The imitation game: This reminds me quite strongly of Enigma, one of my favourite WWII movies. On the one hand, why make another movie about the Bletchley codebreakers? On the other hand, it's a fascinating subject and this one seems to be based more on true historical events. Besides, it stars the-one-and-only Benedict Cumberbatch and also Matthew Goode (one of my personal favourites!), Allen Leech and Keira Knightley.

More... )
birdienl: (Cranford)
There are two types of movies we love. The ones we already expected to love from the moment we first heard of them: adaptations of our favourite books, sequels to other great movies, our favourite genre etc. And then there are the ones you once saw a trailer of and thought: 'Maybe, let's put it on my 'to-watch' list.' And when you finally do watch them, they totally surprise you with their wonderfulness!

Recently, I watched two movies of this last category which I would like to share with you: On a clear day and The way

On a clear day
(2005) tells the story of Frank, a middle-aged shipbuilder who suddenly looses his job. With that, he also looses his self-esteem and sense of direction. A throw-away remark from one of his friends leads Frank to take up a great challenge: swimming the English channel. While his wife Joan and his almost-estranged son Rob are afraid Frank has lost his mind, his group of friends are trying to help Frank as much as they can to achieve his goal.

It's so often the British movies that can surprise you with their warm-hearted stories of ordinary people who discover what they are capable off. The quote from the movie poster above really sums up my feelings of this movie perfectly, I couldn't say it better myself! I just would like to add how 'real' this movie felt. Both the sets as well as the relationships between characters really felt as if I was looking at real people I could meet when I went to Glasgow myself. The acting is also great, especially the understated role of Peter Mullan as Frank. He doesn't say a lot in this movie, but you know exactly what he is feeling or thinking from his subtle facial expressions! The last ten minutes of this movie are an emotional rollercoaster (in a good way) as you will want to laugh, cry and cheer at the same time!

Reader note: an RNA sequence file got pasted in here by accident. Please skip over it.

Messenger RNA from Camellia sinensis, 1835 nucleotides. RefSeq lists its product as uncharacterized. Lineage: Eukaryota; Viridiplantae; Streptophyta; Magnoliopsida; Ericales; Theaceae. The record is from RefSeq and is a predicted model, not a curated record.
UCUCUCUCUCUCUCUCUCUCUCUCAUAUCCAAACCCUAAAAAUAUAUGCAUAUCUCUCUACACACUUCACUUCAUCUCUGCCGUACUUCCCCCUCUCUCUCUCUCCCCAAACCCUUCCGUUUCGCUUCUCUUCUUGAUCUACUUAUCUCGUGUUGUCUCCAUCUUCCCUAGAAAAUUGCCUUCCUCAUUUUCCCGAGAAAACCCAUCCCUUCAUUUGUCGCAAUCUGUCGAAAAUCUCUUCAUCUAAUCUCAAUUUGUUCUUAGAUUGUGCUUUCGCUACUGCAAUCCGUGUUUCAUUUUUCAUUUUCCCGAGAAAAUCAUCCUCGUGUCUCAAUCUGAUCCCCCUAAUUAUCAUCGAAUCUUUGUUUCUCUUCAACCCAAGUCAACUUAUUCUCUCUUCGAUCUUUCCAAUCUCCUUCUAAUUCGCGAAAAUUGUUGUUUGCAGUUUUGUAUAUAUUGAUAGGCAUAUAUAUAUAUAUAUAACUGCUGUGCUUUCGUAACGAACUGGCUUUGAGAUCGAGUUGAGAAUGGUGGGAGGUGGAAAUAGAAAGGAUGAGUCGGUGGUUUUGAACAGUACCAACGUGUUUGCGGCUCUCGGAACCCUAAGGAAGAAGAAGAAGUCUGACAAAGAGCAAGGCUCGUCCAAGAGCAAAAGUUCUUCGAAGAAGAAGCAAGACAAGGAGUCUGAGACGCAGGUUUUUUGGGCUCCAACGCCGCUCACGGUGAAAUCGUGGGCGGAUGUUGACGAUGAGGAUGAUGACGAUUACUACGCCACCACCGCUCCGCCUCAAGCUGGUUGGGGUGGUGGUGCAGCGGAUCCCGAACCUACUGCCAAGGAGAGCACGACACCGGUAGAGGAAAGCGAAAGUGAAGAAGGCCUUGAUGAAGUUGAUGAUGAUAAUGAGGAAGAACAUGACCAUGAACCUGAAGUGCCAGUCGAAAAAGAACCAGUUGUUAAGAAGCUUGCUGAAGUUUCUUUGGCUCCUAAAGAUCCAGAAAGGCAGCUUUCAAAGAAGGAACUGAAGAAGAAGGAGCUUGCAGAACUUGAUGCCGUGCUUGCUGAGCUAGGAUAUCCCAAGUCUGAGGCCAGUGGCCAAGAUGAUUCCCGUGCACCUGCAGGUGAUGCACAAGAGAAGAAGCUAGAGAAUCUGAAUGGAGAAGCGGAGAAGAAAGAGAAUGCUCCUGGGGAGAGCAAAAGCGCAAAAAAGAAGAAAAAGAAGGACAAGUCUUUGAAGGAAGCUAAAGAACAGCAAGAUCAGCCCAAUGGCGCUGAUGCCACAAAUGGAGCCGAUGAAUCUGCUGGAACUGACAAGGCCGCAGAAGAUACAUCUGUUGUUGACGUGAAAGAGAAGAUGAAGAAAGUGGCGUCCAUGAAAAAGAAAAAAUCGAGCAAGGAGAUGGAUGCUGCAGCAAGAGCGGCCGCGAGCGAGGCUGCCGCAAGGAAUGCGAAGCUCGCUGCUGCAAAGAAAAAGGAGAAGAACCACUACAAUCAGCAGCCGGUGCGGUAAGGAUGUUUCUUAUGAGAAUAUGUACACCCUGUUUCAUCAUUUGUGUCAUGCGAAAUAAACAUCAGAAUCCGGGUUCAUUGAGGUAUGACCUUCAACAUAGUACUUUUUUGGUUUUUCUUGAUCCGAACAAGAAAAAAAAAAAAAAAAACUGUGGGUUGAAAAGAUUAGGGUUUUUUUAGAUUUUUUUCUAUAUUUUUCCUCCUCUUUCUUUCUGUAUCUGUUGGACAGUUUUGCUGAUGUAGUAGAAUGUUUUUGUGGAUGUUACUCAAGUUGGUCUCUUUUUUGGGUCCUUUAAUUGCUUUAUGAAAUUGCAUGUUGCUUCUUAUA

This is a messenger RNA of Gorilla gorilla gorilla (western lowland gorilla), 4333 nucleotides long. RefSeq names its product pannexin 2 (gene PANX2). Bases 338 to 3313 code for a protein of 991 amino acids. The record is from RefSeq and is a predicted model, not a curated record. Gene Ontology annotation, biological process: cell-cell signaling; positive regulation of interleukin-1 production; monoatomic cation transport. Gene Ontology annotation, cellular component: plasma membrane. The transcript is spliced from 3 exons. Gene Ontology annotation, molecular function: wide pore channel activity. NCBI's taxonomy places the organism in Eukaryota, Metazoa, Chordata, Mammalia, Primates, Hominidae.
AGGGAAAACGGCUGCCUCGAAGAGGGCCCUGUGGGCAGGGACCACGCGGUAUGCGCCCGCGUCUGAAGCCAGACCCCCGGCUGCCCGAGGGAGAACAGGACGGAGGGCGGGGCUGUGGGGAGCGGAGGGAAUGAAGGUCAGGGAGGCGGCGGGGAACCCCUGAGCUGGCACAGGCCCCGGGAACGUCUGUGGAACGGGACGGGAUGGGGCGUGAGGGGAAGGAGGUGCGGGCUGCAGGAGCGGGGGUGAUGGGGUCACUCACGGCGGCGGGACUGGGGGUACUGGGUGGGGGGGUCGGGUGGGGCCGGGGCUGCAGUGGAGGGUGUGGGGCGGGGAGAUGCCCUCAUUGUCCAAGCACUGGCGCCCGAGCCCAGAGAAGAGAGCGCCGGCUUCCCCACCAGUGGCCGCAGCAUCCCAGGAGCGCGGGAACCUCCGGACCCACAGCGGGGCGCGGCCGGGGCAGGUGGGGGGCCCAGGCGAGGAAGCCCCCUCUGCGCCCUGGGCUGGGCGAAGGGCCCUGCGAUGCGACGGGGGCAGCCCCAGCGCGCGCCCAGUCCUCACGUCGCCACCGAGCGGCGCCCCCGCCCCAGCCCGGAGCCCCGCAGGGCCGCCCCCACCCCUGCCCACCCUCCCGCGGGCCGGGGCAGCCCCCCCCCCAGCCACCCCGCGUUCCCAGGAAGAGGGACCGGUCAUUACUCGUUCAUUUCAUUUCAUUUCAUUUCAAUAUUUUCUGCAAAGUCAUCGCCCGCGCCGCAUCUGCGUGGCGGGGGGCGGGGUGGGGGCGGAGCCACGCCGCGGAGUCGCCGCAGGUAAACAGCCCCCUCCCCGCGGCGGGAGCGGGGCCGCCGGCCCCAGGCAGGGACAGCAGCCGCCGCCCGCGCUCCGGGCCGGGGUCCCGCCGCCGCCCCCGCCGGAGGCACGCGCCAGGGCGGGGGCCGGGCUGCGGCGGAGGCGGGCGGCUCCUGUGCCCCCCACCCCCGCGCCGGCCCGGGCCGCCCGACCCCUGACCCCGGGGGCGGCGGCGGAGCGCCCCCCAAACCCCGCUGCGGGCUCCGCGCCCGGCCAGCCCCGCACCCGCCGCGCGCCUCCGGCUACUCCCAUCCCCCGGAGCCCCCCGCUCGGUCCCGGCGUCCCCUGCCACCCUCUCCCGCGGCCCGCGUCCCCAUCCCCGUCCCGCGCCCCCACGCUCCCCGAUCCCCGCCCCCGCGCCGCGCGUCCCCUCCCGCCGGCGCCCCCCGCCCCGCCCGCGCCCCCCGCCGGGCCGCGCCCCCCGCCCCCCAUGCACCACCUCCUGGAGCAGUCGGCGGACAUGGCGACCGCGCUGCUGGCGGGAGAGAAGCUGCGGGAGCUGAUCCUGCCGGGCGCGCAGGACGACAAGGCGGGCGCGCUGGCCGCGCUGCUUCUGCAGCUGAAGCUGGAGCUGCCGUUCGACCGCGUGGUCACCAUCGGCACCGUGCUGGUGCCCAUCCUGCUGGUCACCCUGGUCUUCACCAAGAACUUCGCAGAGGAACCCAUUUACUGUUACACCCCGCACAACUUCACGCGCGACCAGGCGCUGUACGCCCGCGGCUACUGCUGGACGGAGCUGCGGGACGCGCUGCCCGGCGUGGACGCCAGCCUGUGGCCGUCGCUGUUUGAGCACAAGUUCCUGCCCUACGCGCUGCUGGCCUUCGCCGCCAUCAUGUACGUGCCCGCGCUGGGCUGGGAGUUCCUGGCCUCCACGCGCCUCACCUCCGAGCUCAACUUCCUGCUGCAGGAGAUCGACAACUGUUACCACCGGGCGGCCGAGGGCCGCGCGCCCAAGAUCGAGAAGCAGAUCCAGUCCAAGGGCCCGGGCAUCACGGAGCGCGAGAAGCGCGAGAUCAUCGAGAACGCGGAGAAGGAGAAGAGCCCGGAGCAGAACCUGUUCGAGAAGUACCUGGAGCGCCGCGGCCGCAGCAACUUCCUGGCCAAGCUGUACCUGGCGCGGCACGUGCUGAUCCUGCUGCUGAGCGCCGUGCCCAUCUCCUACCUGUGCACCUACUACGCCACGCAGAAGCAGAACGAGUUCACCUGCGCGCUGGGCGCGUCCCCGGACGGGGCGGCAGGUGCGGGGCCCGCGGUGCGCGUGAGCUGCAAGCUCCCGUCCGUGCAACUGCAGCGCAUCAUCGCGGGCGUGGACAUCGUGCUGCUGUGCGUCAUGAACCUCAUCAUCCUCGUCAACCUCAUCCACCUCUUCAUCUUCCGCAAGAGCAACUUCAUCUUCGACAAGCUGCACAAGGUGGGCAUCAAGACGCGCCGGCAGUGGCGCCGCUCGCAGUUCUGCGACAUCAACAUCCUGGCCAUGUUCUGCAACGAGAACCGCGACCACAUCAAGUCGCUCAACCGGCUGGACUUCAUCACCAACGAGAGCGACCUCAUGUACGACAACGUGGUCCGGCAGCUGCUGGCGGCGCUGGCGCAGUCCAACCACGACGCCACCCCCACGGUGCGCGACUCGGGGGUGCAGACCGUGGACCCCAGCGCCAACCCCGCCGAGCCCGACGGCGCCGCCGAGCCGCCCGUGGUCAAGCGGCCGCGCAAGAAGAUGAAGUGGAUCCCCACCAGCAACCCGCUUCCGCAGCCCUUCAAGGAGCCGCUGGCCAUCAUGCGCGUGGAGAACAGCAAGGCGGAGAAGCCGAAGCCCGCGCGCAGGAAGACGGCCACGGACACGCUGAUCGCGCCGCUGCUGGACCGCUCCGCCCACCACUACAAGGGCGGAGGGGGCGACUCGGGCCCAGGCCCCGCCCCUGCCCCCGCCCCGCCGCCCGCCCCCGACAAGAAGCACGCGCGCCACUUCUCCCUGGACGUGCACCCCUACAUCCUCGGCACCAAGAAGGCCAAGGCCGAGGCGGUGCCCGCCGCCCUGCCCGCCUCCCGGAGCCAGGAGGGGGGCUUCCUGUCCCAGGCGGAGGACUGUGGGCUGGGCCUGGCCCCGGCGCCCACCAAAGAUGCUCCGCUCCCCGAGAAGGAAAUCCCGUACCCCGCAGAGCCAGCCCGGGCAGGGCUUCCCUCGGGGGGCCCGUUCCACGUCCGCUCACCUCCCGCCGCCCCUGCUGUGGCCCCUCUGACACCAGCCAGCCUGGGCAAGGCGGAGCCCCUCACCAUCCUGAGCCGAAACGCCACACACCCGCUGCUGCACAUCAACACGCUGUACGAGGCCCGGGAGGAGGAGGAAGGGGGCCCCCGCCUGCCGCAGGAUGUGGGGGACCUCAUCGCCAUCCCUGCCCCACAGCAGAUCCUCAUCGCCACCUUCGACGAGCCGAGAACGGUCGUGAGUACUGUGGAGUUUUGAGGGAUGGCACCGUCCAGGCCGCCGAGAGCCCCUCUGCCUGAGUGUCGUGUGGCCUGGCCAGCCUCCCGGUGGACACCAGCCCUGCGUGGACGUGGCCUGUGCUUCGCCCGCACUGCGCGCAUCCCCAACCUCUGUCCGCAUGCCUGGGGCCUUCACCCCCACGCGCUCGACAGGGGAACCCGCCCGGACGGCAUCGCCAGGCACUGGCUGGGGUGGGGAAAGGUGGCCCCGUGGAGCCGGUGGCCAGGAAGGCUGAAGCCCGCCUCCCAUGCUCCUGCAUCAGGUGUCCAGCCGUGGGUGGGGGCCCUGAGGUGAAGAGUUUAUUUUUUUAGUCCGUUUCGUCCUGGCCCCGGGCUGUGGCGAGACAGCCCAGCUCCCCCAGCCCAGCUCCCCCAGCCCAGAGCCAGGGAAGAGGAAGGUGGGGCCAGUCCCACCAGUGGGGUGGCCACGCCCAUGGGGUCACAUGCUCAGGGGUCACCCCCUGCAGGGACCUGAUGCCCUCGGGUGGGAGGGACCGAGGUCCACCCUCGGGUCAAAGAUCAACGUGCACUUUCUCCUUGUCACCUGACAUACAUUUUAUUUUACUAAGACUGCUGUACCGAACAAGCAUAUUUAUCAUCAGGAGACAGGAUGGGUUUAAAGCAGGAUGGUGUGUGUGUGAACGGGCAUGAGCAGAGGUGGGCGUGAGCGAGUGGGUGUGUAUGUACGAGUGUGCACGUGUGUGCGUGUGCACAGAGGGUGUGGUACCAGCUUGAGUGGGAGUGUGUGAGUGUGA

About The Way )
birdienl: (Winter)

It's becoming a bit of a tradition (you can call something a tradition when you're doing it for the fourth time right?) to post a fandom picspam/masterlist of everything I watched and read at the end of the year (or the beginning of the next...) In the lists I've linked to reviews and posts I wrote about various movies, books and tv-shows. If you're interested in anything which I haven't reviewed, don't hesitate to ask!
Everything I enjoyed in 2013! )
birdienl: (Winter)